Blessed are we with the diversions
of spring in bloom: colored orchestrations
of multisyllabic assonance rhyming
with short-clipped awe: an ever-changing tune
that steals the senses midst tumultuous times.
Blessed are we to be alive with work to do.
Always the War to measure the world by:
patriotic hawks enlisting reluctant doves
as fodder that shocked us into an explosion
of lyrics and melodies—an awakening
for music, a renaissance for humanity
we pray may come this way again soon.
The telephone line goes cold;
birds tread it wherever it goes.
– William Stafford (“The Farm on the Great Plains”)
He was old, but younger than I am today,
digging earthworms for a rusty coffee can,
cane pole and cork bobber for the bass hole
on the Kaweah where he pumped water
for summer pasture before the Flood of ‘55
took it all, but memories, downstream.
In those days, we were rich with time to spend
on foolishness, watching water and bobber
in the warm morning’s sunshine. I call
back occasionally, but there is no ring
on the other end for anyone to answer,
no one left at home, no fish in the bass hole.
All that was missing was a single-action Colt .45 revolver when I visited Rite Aid early this morning, my hands slathered in hand sanitizer entering and exiting the drug store. With few customers and all employees wearing facemasks behind Plexiglas shields, and me with my bandana—my hearing aids picked up some distant chuckles, but I felt safe enough.
In our culture of comfort and convenience, Covid-19 is teaching us all how things really work. I caught snippets of USDA Secretary Sonny Perdue’s address to the nation yesterday. No preppie politician, Perdue’s Southern drawl appeared to have a rural, hands-on appeal when he says that there is plenty of food for all and that bare-shelved grocery stores are a result of a demand problem, not a supply problem, as dairymen dump milk and farmers plow their crops. $15.5 billion has been earmarked to purchase ‘milk and other protein products’ to help bolster the Ag markets. An obvious question is whether or not the USDA will take possession of these commodities. Beef and pork producers, and the USDA, have nowhere to go with the livestock as feedlots are backed-up because packing plants for both have been shuttered due to the Coronavirus.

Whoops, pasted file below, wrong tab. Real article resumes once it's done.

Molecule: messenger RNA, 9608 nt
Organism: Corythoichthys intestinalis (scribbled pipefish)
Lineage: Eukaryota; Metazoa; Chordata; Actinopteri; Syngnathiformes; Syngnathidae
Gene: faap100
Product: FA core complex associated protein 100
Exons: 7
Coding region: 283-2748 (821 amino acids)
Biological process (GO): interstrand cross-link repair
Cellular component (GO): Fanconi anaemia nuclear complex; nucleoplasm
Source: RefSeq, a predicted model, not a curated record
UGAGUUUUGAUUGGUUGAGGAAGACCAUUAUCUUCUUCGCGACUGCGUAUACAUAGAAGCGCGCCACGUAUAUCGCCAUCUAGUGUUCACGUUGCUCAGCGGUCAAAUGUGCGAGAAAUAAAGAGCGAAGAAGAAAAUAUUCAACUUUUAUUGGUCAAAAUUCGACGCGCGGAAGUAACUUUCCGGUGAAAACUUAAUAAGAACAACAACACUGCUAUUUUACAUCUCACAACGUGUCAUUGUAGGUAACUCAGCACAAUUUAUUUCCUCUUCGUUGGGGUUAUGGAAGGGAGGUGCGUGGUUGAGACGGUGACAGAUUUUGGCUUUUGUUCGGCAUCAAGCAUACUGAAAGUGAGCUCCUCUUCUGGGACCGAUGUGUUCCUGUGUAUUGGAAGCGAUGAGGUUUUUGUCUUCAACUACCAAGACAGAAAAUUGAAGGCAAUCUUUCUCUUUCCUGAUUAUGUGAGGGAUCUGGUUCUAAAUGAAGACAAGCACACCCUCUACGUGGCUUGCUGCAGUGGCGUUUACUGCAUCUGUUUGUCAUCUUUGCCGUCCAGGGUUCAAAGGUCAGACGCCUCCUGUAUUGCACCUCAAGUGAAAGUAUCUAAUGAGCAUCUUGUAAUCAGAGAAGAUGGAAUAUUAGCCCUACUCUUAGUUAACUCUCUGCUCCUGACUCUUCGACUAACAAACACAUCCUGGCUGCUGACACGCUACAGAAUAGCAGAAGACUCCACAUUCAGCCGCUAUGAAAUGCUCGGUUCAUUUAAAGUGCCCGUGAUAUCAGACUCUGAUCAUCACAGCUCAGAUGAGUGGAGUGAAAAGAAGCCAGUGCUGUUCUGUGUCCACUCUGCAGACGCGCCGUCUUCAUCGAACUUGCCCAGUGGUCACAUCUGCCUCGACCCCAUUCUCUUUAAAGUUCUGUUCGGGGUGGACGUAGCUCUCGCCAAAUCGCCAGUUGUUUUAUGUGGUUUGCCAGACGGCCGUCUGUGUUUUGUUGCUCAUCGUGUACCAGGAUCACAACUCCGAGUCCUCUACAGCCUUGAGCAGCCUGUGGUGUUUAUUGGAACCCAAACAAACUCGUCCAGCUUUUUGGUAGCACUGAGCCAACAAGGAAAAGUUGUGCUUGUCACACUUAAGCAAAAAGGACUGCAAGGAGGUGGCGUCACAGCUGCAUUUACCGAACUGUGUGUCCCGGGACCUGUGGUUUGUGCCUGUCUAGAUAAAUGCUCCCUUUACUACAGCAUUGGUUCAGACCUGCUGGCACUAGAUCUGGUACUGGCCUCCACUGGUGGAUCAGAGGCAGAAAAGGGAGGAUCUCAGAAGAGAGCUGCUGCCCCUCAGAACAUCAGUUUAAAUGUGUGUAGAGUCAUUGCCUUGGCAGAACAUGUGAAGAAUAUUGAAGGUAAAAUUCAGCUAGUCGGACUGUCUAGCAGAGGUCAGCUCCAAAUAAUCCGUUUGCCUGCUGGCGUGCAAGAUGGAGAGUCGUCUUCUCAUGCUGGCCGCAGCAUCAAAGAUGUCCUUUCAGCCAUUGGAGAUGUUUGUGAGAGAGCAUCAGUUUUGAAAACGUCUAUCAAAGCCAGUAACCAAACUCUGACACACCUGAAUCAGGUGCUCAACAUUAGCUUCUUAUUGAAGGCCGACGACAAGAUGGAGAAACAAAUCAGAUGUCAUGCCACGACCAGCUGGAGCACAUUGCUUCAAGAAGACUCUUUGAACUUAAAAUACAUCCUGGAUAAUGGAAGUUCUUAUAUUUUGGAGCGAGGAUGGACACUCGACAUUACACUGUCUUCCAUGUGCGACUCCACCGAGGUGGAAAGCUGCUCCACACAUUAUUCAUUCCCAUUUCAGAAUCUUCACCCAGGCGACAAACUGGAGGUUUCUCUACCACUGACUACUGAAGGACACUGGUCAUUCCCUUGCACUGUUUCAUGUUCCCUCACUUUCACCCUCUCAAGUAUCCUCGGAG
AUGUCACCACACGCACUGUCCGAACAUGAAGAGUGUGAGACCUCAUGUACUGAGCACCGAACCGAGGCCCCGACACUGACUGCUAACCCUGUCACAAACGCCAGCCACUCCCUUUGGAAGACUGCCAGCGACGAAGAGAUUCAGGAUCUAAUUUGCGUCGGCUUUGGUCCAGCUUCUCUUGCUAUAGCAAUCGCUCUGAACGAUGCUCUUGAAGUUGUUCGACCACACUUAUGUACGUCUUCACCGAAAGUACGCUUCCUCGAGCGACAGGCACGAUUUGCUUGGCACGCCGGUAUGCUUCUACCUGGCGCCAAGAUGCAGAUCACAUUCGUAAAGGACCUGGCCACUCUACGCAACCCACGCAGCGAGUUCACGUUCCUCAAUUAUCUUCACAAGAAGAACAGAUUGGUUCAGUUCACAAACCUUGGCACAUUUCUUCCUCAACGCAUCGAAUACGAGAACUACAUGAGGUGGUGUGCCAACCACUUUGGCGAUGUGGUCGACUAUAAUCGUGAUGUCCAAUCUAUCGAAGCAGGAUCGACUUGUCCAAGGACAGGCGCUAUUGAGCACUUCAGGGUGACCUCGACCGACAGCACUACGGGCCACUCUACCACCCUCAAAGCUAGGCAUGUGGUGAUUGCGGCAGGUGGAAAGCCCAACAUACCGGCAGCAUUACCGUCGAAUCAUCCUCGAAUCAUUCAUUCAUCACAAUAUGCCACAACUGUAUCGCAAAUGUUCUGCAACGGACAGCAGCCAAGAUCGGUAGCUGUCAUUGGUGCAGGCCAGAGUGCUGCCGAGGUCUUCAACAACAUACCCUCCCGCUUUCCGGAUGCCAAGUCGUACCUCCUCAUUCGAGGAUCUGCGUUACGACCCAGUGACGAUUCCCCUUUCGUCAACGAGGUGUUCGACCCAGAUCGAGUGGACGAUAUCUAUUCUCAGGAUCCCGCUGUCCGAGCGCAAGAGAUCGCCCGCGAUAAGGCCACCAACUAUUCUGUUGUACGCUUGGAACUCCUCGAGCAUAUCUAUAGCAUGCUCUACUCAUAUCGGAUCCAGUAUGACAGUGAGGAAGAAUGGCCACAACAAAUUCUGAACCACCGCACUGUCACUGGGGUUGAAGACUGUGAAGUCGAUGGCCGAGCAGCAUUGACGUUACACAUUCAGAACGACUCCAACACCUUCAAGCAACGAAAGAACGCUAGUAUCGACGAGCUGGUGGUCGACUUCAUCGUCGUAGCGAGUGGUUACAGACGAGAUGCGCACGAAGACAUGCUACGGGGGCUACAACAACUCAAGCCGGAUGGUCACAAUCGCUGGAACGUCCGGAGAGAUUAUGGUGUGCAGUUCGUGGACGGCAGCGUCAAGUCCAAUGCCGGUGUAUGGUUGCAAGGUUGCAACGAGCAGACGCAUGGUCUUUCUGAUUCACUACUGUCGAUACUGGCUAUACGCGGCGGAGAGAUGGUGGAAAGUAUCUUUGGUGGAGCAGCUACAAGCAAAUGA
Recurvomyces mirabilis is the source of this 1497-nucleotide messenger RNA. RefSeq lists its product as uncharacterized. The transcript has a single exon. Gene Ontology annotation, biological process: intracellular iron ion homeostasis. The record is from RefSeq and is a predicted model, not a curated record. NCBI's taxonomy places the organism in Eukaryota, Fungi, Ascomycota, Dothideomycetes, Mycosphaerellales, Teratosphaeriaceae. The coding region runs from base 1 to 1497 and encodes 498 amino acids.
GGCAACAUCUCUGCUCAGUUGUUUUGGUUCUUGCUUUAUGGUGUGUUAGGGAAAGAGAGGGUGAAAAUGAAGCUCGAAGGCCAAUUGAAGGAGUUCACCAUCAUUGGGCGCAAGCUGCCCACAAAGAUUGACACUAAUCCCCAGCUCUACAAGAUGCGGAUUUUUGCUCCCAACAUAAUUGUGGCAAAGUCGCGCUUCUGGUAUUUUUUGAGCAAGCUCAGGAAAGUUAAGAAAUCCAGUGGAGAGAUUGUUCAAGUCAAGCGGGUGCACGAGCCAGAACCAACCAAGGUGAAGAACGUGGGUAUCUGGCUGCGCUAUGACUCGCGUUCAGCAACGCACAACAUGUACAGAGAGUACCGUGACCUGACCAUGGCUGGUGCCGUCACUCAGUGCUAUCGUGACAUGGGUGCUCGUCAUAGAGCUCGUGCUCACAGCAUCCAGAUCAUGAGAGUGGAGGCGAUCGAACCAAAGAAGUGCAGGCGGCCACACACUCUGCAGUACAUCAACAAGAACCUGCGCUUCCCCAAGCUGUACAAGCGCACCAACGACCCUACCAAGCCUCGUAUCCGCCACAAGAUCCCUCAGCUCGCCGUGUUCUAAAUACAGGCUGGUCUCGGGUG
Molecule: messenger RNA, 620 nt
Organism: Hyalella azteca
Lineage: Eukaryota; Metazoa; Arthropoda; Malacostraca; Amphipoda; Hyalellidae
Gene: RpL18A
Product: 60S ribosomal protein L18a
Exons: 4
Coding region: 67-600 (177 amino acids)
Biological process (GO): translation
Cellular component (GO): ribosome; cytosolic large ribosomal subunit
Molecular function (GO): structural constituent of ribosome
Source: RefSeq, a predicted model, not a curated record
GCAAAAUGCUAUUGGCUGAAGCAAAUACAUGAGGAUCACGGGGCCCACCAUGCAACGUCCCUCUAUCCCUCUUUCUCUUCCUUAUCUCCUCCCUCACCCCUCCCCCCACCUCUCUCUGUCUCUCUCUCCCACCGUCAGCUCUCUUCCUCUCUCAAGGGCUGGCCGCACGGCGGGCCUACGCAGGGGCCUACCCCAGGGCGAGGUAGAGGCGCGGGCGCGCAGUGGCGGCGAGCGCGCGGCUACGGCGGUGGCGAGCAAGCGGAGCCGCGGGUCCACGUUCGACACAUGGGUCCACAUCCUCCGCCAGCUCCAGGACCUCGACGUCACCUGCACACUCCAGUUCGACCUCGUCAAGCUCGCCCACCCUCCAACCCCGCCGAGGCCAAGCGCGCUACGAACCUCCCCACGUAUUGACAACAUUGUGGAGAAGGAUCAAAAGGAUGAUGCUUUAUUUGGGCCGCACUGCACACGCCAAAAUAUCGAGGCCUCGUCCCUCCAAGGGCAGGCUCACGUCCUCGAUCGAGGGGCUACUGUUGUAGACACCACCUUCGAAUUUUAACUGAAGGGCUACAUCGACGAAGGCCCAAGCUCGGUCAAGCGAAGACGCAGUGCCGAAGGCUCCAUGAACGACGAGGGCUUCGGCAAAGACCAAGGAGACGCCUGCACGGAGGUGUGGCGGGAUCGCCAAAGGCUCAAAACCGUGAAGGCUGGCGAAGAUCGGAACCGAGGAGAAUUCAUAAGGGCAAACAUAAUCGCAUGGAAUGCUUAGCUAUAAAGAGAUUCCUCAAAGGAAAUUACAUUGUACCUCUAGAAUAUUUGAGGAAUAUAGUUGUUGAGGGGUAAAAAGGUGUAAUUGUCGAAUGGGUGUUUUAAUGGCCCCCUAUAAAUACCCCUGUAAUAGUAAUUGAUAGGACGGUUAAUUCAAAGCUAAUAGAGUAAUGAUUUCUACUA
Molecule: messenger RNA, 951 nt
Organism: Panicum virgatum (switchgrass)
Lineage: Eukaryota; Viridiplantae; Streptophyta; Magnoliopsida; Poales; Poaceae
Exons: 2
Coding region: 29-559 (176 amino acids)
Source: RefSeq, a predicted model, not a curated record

The cattle market has been in a tailspin since the Trump Administration’s trade wars with China and other countries. Now touting billions of taxpayer dollars to bail out American farmers, $62 million has already gone to Brazil’s JBS SA, the largest meatpacker in the world whose owners, the Batista brothers, have spent time in jail for corruption and are currently under Justice Department probes. JBS SA Just how this will shake out is anyone’s guess.
We’ve been busy gathering our Wagyu calves for a second round of vaccinations as required by our contract with Snake River Farms. Normally, this is the time of year that we lock-in a price for the calves we are contracted to sell to Snake River, to be weighed and shipped at least two weeks after their vaccinations. Our calves will be lighter than last year after virtually no rain in January and February. Normally, our feed year ends around the 15th of May, leaving us 30 days to agree on a price. We’re watching the market with nowhere else to go, but nothing is normal, the deck has been shuffled.
with rain enough to restore
dry hills green again.
All alone beside the streams
And up the mountain-sides of dreams.
– Robert Louis Stevenson (“The Land of Nod”)
Gray days, low clouds hide
green horizons, the divide
between us and the bizarre
business of Coronavirus
nightly counting corpses
like sheep to fall asleep
in the Land of Nod.
Sequestered among the heavy
heads of Fidddleneck
bowing wet with rain,
our dreams unchanged:
sweet grass enough to keep
cattle fat and happy,
to keep us hungry with
high hopes for humanity.
Watching the corrals from a distance:
young men a horseback dancing in the sort
of cows from calves before branding
amid a discordant chorus, the same
plaintive song of years worn thin
that holds the heart in place as the eyes
fade and the mind wanders a far
ridge searching for the first split
in the trail that leads to this short
moment of chance and circumstance—
apart and beyond the world’s fear and all
the raw conflicts that feed it senseless.
A man rides by the seat of his pants,
pockets of memory that reach for the rhythm